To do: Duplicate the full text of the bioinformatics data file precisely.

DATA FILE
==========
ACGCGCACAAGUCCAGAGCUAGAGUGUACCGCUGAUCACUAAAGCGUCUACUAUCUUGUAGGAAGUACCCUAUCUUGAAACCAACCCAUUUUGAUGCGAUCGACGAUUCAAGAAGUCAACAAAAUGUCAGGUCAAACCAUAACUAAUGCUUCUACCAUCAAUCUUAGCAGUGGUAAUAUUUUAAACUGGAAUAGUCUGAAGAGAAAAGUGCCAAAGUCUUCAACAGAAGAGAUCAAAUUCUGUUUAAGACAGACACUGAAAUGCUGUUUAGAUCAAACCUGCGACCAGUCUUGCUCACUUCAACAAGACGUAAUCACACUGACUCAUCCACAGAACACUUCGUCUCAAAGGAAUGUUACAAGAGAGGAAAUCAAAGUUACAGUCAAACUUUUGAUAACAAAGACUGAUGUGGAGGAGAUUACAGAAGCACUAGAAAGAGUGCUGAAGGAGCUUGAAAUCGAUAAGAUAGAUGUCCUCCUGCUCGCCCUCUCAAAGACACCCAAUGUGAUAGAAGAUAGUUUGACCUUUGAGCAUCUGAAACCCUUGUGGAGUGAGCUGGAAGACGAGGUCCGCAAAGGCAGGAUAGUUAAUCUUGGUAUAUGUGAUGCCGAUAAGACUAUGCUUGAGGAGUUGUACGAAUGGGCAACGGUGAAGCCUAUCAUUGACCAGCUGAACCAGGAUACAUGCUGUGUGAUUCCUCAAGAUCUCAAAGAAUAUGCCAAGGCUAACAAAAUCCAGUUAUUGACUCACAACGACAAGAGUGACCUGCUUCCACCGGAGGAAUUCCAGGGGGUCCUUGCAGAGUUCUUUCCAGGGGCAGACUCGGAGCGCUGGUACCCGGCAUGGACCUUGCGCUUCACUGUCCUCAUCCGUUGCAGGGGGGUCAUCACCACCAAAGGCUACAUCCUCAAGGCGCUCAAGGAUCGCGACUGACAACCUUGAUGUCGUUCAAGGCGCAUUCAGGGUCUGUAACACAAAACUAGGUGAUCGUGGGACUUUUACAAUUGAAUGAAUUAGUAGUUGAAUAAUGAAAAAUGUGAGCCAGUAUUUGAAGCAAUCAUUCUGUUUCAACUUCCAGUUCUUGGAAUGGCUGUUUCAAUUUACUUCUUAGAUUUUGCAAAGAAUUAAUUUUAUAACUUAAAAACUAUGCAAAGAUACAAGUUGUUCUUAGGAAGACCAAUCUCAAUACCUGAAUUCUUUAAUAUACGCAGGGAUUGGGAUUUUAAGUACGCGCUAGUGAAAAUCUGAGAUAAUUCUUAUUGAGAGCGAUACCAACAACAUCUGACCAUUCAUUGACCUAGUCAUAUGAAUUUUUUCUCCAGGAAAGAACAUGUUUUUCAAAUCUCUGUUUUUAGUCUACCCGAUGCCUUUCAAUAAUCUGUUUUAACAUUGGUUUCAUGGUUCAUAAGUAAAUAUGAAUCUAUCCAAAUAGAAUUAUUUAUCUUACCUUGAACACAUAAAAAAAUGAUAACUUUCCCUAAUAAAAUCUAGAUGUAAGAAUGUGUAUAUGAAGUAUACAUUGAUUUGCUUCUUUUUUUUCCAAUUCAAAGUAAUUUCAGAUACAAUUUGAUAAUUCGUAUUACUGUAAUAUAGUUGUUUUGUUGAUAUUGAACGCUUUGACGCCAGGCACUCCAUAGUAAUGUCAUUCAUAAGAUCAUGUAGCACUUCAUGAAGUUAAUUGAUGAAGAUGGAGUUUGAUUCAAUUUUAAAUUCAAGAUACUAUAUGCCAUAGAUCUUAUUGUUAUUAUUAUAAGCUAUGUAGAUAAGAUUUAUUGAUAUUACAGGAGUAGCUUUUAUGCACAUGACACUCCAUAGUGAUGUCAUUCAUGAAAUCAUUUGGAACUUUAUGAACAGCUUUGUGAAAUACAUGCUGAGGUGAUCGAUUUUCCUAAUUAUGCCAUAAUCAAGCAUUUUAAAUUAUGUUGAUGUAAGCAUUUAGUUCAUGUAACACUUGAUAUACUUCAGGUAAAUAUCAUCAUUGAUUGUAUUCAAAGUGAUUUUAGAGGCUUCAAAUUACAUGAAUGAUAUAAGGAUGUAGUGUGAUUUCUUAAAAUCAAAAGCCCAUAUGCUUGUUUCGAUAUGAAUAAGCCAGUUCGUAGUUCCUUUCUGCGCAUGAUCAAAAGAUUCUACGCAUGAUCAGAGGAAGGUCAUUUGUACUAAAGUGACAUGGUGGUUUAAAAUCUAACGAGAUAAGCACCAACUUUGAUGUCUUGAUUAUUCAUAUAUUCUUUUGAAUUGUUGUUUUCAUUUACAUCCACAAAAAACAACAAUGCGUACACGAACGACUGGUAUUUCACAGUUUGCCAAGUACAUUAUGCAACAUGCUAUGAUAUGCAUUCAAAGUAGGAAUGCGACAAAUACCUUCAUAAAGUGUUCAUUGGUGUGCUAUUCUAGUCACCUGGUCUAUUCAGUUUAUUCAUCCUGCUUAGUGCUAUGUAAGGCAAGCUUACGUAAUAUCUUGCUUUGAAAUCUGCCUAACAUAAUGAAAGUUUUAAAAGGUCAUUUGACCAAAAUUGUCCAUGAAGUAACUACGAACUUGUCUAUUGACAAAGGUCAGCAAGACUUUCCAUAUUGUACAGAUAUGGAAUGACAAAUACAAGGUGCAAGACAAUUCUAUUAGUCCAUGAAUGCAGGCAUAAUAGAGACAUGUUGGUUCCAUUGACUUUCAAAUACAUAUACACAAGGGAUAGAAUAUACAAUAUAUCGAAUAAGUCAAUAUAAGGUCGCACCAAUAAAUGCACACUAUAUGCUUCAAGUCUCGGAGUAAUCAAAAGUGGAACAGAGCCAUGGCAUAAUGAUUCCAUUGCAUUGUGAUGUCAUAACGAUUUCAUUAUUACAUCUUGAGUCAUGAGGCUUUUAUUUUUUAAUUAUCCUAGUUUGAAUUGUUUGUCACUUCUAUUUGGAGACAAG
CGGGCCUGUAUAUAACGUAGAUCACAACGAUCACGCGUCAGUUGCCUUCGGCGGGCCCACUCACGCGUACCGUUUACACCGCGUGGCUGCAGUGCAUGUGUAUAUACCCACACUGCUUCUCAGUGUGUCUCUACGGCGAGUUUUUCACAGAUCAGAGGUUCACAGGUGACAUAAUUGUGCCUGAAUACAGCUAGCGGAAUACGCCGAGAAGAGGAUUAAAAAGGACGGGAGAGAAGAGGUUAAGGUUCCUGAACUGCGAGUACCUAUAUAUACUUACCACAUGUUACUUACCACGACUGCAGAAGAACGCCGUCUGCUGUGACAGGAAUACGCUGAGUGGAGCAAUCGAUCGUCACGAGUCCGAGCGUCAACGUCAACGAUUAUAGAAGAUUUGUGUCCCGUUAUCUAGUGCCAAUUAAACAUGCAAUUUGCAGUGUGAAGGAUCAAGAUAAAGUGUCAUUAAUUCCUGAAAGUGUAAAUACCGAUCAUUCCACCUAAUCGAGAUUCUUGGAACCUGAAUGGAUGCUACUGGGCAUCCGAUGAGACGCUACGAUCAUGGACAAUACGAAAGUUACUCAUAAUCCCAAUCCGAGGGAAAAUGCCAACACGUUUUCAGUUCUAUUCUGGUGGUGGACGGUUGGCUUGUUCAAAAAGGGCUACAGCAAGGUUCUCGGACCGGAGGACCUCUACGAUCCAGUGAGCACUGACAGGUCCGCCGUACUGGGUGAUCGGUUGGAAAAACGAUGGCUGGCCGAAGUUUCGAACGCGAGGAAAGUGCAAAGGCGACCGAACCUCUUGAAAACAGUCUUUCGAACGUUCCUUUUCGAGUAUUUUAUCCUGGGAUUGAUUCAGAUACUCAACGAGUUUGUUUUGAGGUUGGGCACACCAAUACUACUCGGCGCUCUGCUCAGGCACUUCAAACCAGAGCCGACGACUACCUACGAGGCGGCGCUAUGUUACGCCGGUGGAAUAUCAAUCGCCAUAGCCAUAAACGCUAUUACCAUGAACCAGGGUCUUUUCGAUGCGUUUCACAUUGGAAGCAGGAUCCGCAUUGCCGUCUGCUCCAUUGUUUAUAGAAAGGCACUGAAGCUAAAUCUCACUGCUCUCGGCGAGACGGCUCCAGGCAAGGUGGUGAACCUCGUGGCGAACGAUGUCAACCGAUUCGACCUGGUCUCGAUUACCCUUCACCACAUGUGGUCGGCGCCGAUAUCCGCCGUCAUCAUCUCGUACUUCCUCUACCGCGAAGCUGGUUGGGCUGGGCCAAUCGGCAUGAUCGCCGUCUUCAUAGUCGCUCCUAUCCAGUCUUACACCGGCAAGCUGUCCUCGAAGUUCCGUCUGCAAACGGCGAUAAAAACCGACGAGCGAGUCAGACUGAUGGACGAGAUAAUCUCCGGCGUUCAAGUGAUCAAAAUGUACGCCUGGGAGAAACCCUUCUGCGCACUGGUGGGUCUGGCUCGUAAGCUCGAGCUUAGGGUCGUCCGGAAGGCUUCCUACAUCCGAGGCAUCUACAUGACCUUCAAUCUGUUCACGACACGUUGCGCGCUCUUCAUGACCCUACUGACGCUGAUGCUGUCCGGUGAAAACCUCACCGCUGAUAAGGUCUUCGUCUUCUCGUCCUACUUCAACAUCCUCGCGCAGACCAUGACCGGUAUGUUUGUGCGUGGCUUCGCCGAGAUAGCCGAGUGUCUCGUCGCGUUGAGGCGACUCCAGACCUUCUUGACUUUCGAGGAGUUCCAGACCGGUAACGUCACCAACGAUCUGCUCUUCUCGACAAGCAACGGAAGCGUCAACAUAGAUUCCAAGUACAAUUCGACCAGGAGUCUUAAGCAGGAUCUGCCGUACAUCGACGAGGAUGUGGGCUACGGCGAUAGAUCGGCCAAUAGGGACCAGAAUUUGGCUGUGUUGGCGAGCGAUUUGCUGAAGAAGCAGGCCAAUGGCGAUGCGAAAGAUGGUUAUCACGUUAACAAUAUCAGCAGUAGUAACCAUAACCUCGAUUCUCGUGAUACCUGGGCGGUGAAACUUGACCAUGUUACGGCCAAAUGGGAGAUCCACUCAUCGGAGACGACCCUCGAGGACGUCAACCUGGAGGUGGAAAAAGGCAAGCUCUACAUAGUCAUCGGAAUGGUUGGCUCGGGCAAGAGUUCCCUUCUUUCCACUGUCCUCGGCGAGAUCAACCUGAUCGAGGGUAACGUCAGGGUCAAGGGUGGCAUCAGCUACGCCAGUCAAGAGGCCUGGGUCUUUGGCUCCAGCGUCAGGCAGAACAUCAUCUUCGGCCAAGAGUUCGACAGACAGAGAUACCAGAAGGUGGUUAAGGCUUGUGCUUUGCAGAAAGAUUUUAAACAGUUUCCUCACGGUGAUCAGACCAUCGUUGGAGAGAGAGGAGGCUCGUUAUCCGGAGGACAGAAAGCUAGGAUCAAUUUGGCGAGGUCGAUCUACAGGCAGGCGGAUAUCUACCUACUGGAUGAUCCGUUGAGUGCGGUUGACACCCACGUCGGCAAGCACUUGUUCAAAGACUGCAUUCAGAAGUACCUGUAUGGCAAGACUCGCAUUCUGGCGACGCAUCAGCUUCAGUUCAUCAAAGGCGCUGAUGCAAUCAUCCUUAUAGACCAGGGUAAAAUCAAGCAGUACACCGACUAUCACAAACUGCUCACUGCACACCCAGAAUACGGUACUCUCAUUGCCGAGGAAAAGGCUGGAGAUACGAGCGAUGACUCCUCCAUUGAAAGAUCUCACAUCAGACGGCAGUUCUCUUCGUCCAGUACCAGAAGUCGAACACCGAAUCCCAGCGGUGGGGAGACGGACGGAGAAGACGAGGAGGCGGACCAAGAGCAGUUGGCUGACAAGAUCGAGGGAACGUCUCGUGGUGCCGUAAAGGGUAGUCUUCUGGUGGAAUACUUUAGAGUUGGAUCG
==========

ACGCGCACAAGUCCAGAGCUAGAGUGUACCGCUGAUCACUAAAGCGUCUACUAUCUUGUAGGAAGUACCCUAUCUUGAAACCAACCCAUUUUGAUGCGAUCGACGAUUCAAGAAGUCAACAAAAUGUCAGGUCAAACCAUAACUAAUGCUUCUACCAUCAAUCUUAGCAGUGGUAAUAUUUUAAACUGGAAUAGUCUGAAGAGAAAAGUGCCAAAGUCUUCAACAGAAGAGAUCAAAUUCUGUUUAAGACAGACACUGAAAUGCUGUUUAGAUCAAACCUGCGACCAGUCUUGCUCACUUCAACAAGACGUAAUCACACUGACUCAUCCACAGAACACUUCGUCUCAAAGGAAUGUUACAAGAGAGGAAAUCAAAGUUACAGUCAAACUUUUGAUAACAAAGACUGAUGUGGAGGAGAUUACAGAAGCACUAGAAAGAGUGCUGAAGGAGCUUGAAAUCGAUAAGAUAGAUGUCCUCCUGCUCGCCCUCUCAAAGACACCCAAUGUGAUAGAAGAUAGUUUGACCUUUGAGCAUCUGAAACCCUUGUGGAGUGAGCUGGAAGACGAGGUCCGCAAAGGCAGGAUAGUUAAUCUUGGUAUAUGUGAUGCCGAUAAGACUAUGCUUGAGGAGUUGUACGAAUGGGCAACGGUGAAGCCUAUCAUUGACCAGCUGAACCAGGAUACAUGCUGUGUGAUUCCUCAAGAUCUCAAAGAAUAUGCCAAGGCUAACAAAAUCCAGUUAUUGACUCACAACGACAAGAGUGACCUGCUUCCACCGGAGGAAUUCCAGGGGGUCCUUGCAGAGUUCUUUCCAGGGGCAGACUCGGAGCGCUGGUACCCGGCAUGGACCUUGCGCUUCACUGUCCUCAUCCGUUGCAGGGGGGUCAUCACCACCAAAGGCUACAUCCUCAAGGCGCUCAAGGAUCGCGACUGACAACCUUGAUGUCGUUCAAGGCGCAUUCAGGGUCUGUAACACAAAACUAGGUGAUCGUGGGACUUUUACAAUUGAAUGAAUUAGUAGUUGAAUAAUGAAAAAUGUGAGCCAGUAUUUGAAGCAAUCAUUCUGUUUCAACUUCCAGUUCUUGGAAUGGCUGUUUCAAUUUACUUCUUAGAUUUUGCAAAGAAUUAAUUUUAUAACUUAAAAACUAUGCAAAGAUACAAGUUGUUCUUAGGAAGACCAAUCUCAAUACCUGAAUUCUUUAAUAUACGCAGGGAUUGGGAUUUUAAGUACGCGCUAGUGAAAAUCUGAGAUAAUUCUUAUUGAGAGCGAUACCAACAACAUCUGACCAUUCAUUGACCUAGUCAUAUGAAUUUUUUCUCCAGGAAAGAACAUGUUUUUCAAAUCUCUGUUUUUAGUCUACCCGAUGCCUUUCAAUAAUCUGUUUUAACAUUGGUUUCAUGGUUCAUAAGUAAAUAUGAAUCUAUCCAAAUAGAAUUAUUUAUCUUACCUUGAACACAUAAAAAAAUGAUAACUUUCCCUAAUAAAAUCUAGAUGUAAGAAUGUGUAUAUGAAGUAUACAUUGAUUUGCUUCUUUUUUUUCCAAUUCAAAGUAAUUUCAGAUACAAUUUGAUAAUUCGUAUUACUGUAAUAUAGUUGUUUUGUUGAUAUUGAACGCUUUGACGCCAGGCACUCCAUAGUAAUGUCAUUCAUAAGAUCAUGUAGCACUUCAUGAAGUUAAUUGAUGAAGAUGGAGUUUGAUUCAAUUUUAAAUUCAAGAUACUAUAUGCCAUAGAUCUUAUUGUUAUUAUUAUAAGCUAUGUAGAUAAGAUUUAUUGAUAUUACAGGAGUAGCUUUUAUGCACAUGACACUCCAUAGUGAUGUCAUUCAUGAAAUCAUUUGGAACUUUAUGAACAGCUUUGUGAAAUACAUGCUGAGGUGAUCGAUUUUCCUAAUUAUGCCAUAAUCAAGCAUUUUAAAUUAUGUUGAUGUAAGCAUUUAGUUCAUGUAACACUUGAUAUACUUCAGGUAAAUAUCAUCAUUGAUUGUAUUCAAAGUGAUUUUAGAGGCUUCAAAUUACAUGAAUGAUAUAAGGAUGUAGUGUGAUUUCUUAAAAUCAAAAGCCCAUAUGCUUGUUUCGAUAUGAAUAAGCCAGUUCGUAGUUCCUUUCUGCGCAUGAUCAAAAGAUUCUACGCAUGAUCAGAGGAAGGUCAUUUGUACUAAAGUGACAUGGUGGUUUAAAAUCUAACGAGAUAAGCACCAACUUUGAUGUCUUGAUUAUUCAUAUAUUCUUUUGAAUUGUUGUUUUCAUUUACAUCCACAAAAAACAACAAUGCGUACACGAACGACUGGUAUUUCACAGUUUGCCAAGUACAUUAUGCAACAUGCUAUGAUAUGCAUUCAAAGUAGGAAUGCGACAAAUACCUUCAUAAAGUGUUCAUUGGUGUGCUAUUCUAGUCACCUGGUCUAUUCAGUUUAUUCAUCCUGCUUAGUGCUAUGUAAGGCAAGCUUACGUAAUAUCUUGCUUUGAAAUCUGCCUAACAUAAUGAAAGUUUUAAAAGGUCAUUUGACCAAAAUUGUCCAUGAAGUAACUACGAACUUGUCUAUUGACAAAGGUCAGCAAGACUUUCCAUAUUGUACAGAUAUGGAAUGACAAAUACAAGGUGCAAGACAAUUCUAUUAGUCCAUGAAUGCAGGCAUAAUAGAGACAUGUUGGUUCCAUUGACUUUCAAAUACAUAUACACAAGGGAUAGAAUAUACAAUAUAUCGAAUAAGUCAAUAUAAGGUCGCACCAAUAAAUGCACACUAUAUGCUUCAAGUCUCGGAGUAAUCAAAAGUGGAACAGAGCCAUGGCAUAAUGAUUCCAUUGCAUUGUGAUGUCAUAACGAUUUCAUUAUUACAUCUUGAGUCAUGAGGCUUUUAUUUUUUAAUUAUCCUAGUUUGAAUUGUUUGUCACUUCUAUUUGGAGACAAG
CGGGCCUGUAUAUAACGUAGAUCACAACGAUCACGCGUCAGUUGCCUUCGGCGGGCCCACUCACGCGUACCGUUUACACCGCGUGGCUGCAGUGCAUGUGUAUAUACCCACACUGCUUCUCAGUGUGUCUCUACGGCGAGUUUUUCACAGAUCAGAGGUUCACAGGUGACAUAAUUGUGCCUGAAUACAGCUAGCGGAAUACGCCGAGAAGAGGAUUAAAAAGGACGGGAGAGAAGAGGUUAAGGUUCCUGAACUGCGAGUACCUAUAUAUACUUACCACAUGUUACUUACCACGACUGCAGAAGAACGCCGUCUGCUGUGACAGGAAUACGCUGAGUGGAGCAAUCGAUCGUCACGAGUCCGAGCGUCAACGUCAACGAUUAUAGAAGAUUUGUGUCCCGUUAUCUAGUGCCAAUUAAACAUGCAAUUUGCAGUGUGAAGGAUCAAGAUAAAGUGUCAUUAAUUCCUGAAAGUGUAAAUACCGAUCAUUCCACCUAAUCGAGAUUCUUGGAACCUGAAUGGAUGCUACUGGGCAUCCGAUGAGACGCUACGAUCAUGGACAAUACGAAAGUUACUCAUAAUCCCAAUCCGAGGGAAAAUGCCAACACGUUUUCAGUUCUAUUCUGGUGGUGGACGGUUGGCUUGUUCAAAAAGGGCUACAGCAAGGUUCUCGGACCGGAGGACCUCUACGAUCCAGUGAGCACUGACAGGUCCGCCGUACUGGGUGAUCGGUUGGAAAAACGAUGGCUGGCCGAAGUUUCGAACGCGAGGAAAGUGCAAAGGCGACCGAACCUCUUGAAAACAGUCUUUCGAACGUUCCUUUUCGAGUAUUUUAUCCUGGGAUUGAUUCAGAUACUCAACGAGUUUGUUUUGAGGUUGGGCACACCAAUACUACUCGGCGCUCUGCUCAGGCACUUCAAACCAGAGCCGACGACUACCUACGAGGCGGCGCUAUGUUACGCCGGUGGAAUAUCAAUCGCCAUAGCCAUAAACGCUAUUACCAUGAACCAGGGUCUUUUCGAUGCGUUUCACAUUGGAAGCAGGAUCCGCAUUGCCGUCUGCUCCAUUGUUUAUAGAAAGGCACUGAAGCUAAAUCUCACUGCUCUCGGCGAGACGGCUCCAGGCAAGGUGGUGAACCUCGUGGCGAACGAUGUCAACCGAUUCGACCUGGUCUCGAUUACCCUUCACCACAUGUGGUCGGCGCCGAUAUCCGCCGUCAUCAUCUCGUACUUCCUCUACCGCGAAGCUGGUUGGGCUGGGCCAAUCGGCAUGAUCGCCGUCUUCAUAGUCGCUCCUAUCCAGUCUUACACCGGCAAGCUGUCCUCGAAGUUCCGUCUGCAAACGGCGAUAAAAACCGACGAGCGAGUCAGACUGAUGGACGAGAUAAUCUCCGGCGUUCAAGUGAUCAAAAUGUACGCCUGGGAGAAACCCUUCUGCGCACUGGUGGGUCUGGCUCGUAAGCUCGAGCUUAGGGUCGUCCGGAAGGCUUCCUACAUCCGAGGCAUCUACAUGACCUUCAAUCUGUUCACGACACGUUGCGCGCUCUUCAUGACCCUACUGACGCUGAUGCUGUCCGGUGAAAACCUCACCGCUGAUAAGGUCUUCGUCUUCUCGUCCUACUUCAACAUCCUCGCGCAGACCAUGACCGGUAUGUUUGUGCGUGGCUUCGCCGAGAUAGCCGAGUGUCUCGUCGCGUUGAGGCGACUCCAGACCUUCUUGACUUUCGAGGAGUUCCAGACCGGUAACGUCACCAACGAUCUGCUCUUCUCGACAAGCAACGGAAGCGUCAACAUAGAUUCCAAGUACAAUUCGACCAGGAGUCUUAAGCAGGAUCUGCCGUACAUCGACGAGGAUGUGGGCUACGGCGAUAGAUCGGCCAAUAGGGACCAGAAUUUGGCUGUGUUGGCGAGCGAUUUGCUGAAGAAGCAGGCCAAUGGCGAUGCGAAAGAUGGUUAUCACGUUAACAAUAUCAGCAGUAGUAACCAUAACCUCGAUUCUCGUGAUACCUGGGCGGUGAAACUUGACCAUGUUACGGCCAAAUGGGAGAUCCACUCAUCGGAGACGACCCUCGAGGACGUCAACCUGGAGGUGGAAAAAGGCAAGCUCUACAUAGUCAUCGGAAUGGUUGGCUCGGGCAAGAGUUCCCUUCUUUCCACUGUCCUCGGCGAGAUCAACCUGAUCGAGGGUAACGUCAGGGUCAAGGGUGGCAUCAGCUACGCCAGUCAAGAGGCCUGGGUCUUUGGCUCCAGCGUCAGGCAGAACAUCAUCUUCGGCCAAGAGUUCGACAGACAGAGAUACCAGAAGGUGGUUAAGGCUUGUGCUUUGCAGAAAGAUUUUAAACAGUUUCCUCACGGUGAUCAGACCAUCGUUGGAGAGAGAGGAGGCUCGUUAUCCGGAGGACAGAAAGCUAGGAUCAAUUUGGCGAGGUCGAUCUACAGGCAGGCGGAUAUCUACCUACUGGAUGAUCCGUUGAGUGCGGUUGACACCCACGUCGGCAAGCACUUGUUCAAAGACUGCAUUCAGAAGUACCUGUAUGGCAAGACUCGCAUUCUGGCGACGCAUCAGCUUCAGUUCAUCAAAGGCGCUGAUGCAAUCAUCCUUAUAGACCAGGGUAAAAUCAAGCAGUACACCGACUAUCACAAACUGCUCACUGCACACCCAGAAUACGGUACUCUCAUUGCCGAGGAAAAGGCUGGAGAUACGAGCGAUGACUCCUCCAUUGAAAGAUCUCACAUCAGACGGCAGUUCUCUUCGUCCAGUACCAGAAGUCGAACACCGAAUCCCAGCGGUGGGGAGACGGACGGAGAAGACGAGGAGGCGGACCAAGAGCAGUUGGCUGACAAGAUCGAGGGAACGUCUCGUGGUGCCGUAAAGGGUAGUCUUCUGGUGGAAUACUUUAGAGUUGGAUCG